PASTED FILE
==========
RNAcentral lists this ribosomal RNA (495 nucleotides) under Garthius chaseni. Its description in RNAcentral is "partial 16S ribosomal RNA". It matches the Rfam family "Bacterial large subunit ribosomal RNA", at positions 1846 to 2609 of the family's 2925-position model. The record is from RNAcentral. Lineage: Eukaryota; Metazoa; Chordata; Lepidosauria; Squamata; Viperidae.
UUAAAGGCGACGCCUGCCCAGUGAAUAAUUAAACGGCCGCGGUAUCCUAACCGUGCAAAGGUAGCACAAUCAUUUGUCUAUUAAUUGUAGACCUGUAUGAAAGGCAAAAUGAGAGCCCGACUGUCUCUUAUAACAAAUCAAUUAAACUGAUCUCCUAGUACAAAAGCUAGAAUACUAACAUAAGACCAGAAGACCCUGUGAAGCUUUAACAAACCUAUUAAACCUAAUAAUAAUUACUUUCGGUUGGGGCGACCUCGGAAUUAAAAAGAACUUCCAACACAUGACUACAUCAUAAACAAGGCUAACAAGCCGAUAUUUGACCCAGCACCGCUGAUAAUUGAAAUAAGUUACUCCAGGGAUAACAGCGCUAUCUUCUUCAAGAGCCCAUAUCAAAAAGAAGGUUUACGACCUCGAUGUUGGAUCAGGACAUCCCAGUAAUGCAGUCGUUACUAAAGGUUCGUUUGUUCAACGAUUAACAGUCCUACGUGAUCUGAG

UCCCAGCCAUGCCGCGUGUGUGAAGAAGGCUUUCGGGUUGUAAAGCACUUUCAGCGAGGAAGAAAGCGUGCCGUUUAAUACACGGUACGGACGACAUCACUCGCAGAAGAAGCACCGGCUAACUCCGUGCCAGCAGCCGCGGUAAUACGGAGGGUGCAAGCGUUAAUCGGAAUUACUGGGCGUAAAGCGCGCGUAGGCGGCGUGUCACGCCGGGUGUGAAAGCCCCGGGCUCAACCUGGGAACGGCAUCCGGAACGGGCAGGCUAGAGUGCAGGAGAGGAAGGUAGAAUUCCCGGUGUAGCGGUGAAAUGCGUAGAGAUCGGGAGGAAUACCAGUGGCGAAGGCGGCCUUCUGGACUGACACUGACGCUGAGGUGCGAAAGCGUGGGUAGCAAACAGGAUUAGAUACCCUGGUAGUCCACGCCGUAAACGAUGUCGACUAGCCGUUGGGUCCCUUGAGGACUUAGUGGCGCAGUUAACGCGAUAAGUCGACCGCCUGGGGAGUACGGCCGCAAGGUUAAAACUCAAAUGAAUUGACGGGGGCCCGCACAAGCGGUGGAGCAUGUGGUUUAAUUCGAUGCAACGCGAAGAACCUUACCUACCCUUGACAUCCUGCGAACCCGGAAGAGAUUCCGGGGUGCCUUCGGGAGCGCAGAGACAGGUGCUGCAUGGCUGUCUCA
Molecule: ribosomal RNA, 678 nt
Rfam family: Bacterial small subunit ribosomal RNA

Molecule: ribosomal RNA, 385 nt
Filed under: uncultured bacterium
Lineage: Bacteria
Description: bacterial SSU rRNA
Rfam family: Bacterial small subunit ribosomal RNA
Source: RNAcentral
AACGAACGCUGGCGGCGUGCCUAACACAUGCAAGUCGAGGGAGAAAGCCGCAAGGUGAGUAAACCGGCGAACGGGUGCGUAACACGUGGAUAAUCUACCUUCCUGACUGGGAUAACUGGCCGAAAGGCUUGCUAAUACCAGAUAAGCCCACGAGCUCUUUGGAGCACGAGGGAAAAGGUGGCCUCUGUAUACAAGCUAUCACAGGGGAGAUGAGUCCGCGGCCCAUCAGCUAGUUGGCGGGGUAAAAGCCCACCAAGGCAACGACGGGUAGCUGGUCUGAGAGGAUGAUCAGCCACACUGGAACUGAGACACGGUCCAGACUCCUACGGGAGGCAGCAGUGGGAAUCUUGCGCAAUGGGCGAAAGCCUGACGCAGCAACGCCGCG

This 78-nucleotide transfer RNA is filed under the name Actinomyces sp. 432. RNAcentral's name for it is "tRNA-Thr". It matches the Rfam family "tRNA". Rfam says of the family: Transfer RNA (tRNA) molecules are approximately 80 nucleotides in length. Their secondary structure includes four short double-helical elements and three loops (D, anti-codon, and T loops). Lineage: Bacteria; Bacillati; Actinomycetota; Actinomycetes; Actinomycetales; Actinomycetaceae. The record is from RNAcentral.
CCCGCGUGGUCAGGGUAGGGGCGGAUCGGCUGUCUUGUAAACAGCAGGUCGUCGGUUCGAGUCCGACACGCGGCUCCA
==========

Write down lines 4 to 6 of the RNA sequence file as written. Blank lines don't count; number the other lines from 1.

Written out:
Molecule: ribosomal RNA, 678 nt
Rfam family: Bacterial small subunit ribosomal RNA

Molecule: ribosomal RNA, 385 nt